Little did I realise that I’d I checked the profile of B grade before the race, not realising that A grade did an extra hill up to Falls Creek. After doing what I thought was the last mountain, we took a little turn in to the bottom of Tawonga. After about 500m, off Ritchie and Michael went, and I looked to Andy and said this wasn’t in the profile, and he laughed at me. I didn’t do too badly, ending up 8th on the stage and I think 12 on GC.
Also in the 2007 Tour of Bright was Michael Matthews who now rides with Orica-GreenEDGE. CyclingTips founder and publisher Wade Wallace has clear memories of Matthews’ strong showing that year:
“I’ve kept a keen eye on Michael Matthews ever since the 2007 Tour of Bright when a bunch of us A-graders were riding full-gas up Mt Hotham and he passed us like we were standing still. We all thought it was an attack from within A-Grade until we all looked at each other and realised he was wearing a B-Grade number. Michael went on to win B-Grade which was just the start of what will be a tremendously successful career.
Bright and the surrounding Alpine region is certainly no stranger to the bicycle. The first recreational touring cyclists started coming to the area to conquer Mt Hotham and surrounding peaks as early as the 1890s.
In 1894 George Burston was the first to cycle over Mt Hotham, starting in Omeo and finishing in Bright. He was a well-known cyclist of that era (especially on the high wheeler or ‘penny farthing’ as it is more widely known), and had helped to establish the Melbourne Bicycle Club in 1878 and the League of Victorian Wheelmen in 1893.
Two years later in 1896, J Railton was the second over Mt Hotham from the other direction. To quote from Jim Fitzpatrick’s 2013 book Wheeling Matilda:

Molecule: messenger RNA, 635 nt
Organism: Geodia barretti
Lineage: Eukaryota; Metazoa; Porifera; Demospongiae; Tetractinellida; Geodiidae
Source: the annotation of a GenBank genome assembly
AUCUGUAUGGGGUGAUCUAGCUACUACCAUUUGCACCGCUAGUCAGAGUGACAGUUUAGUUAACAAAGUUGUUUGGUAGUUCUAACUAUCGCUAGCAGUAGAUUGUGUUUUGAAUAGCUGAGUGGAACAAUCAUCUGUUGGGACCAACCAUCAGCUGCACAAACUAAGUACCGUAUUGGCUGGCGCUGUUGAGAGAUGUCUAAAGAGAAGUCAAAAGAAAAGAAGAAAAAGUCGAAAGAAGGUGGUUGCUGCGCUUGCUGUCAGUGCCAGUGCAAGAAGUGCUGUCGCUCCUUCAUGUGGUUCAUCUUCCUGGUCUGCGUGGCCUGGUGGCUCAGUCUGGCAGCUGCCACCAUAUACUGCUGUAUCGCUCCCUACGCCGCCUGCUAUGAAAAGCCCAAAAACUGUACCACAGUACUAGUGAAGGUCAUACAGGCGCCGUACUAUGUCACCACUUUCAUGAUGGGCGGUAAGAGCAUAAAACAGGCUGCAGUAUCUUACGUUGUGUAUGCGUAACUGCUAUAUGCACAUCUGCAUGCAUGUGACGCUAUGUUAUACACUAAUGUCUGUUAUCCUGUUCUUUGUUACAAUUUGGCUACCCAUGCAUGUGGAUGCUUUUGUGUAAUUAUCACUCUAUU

“Encountering a heat wave of up to 40.5c in Harrietville, he rode some of the journey at night. Many roads were badly cut up by bullock teams.
Towards the end of the 19th century a number of alpine touring guides had been published, providing information for the cyclists that would follow Burston and Railton’s example. The Austral Wheel Guide to the Victorian Alps was published in Melbourne in December 1897 – it contained photographs, descriptions of the key alpine towns and touring routes, and information about road conditions, accommodation, hotels and guesthouses.
In The Bicycle and the Bush cycling historian Jim Fitzpatrick provides an interesting assessment of the importance of those early years of alpine cycling for promoting wider interest in Australia’s high country.
“The cumulative effect was an increasing awareness of Australia’s mountains. Well before the motor vehicle, the paths had been ridden and described (often in great detail) by cyclists. As in so many ways in rural Australia, the human-engined device had opened up new opportunities and vistas for many.
Much later, the connection between cycling and the Victorian Alps came to include organised road races. The famous Sun Tour road race, which started in 1952, included Mt Hotham and surrounds as feature mountain stages over the years. Stage 6 of the 1954 Sun Tour, for example, went from Beechworth to Omeo, a distance of roughly 160km. The photographs from the early days show clearly what the conditions were like.
Today road surfaces are much better on Mt. Hotham and the race timing ensures there is no snow. But Mt Hotham is clearly still a big factor in the race, as Steele Von Hoff remembers:
“The hardest part would definitely be the last little kicker up to the line at Mt Hotham, the last few kilometers when you can see the people in front of you along the side of the mountain. In 2009 I really went to new levels of pain just trying to hang on to the little group of four I was in that included Pat Shaw.
The Victorian Alps — an area made for cycling
These days of course, Bright and the Victorian Alpine region plays host to all manner of cycling events, festivals and cyclists of all varieties. The Audax Alpine Classic, 3 Peaks Challenge, the Bright 24 Hour, and the Cycle Salute festival are all held in the area, to name just a few.
Bright and the nearby towns of Porepunkah, Myrtleford, Harrietville, and Mt Beauty are all excellent bases for exploring the area. In the lead up to the Tour of Bright each year, groups of riders can be found getting some good hill miles into the legs – the climbs of Mt Buffalo, Mt Hotham, Falls Creek, and the Tawonga Gap are all in the vicinity.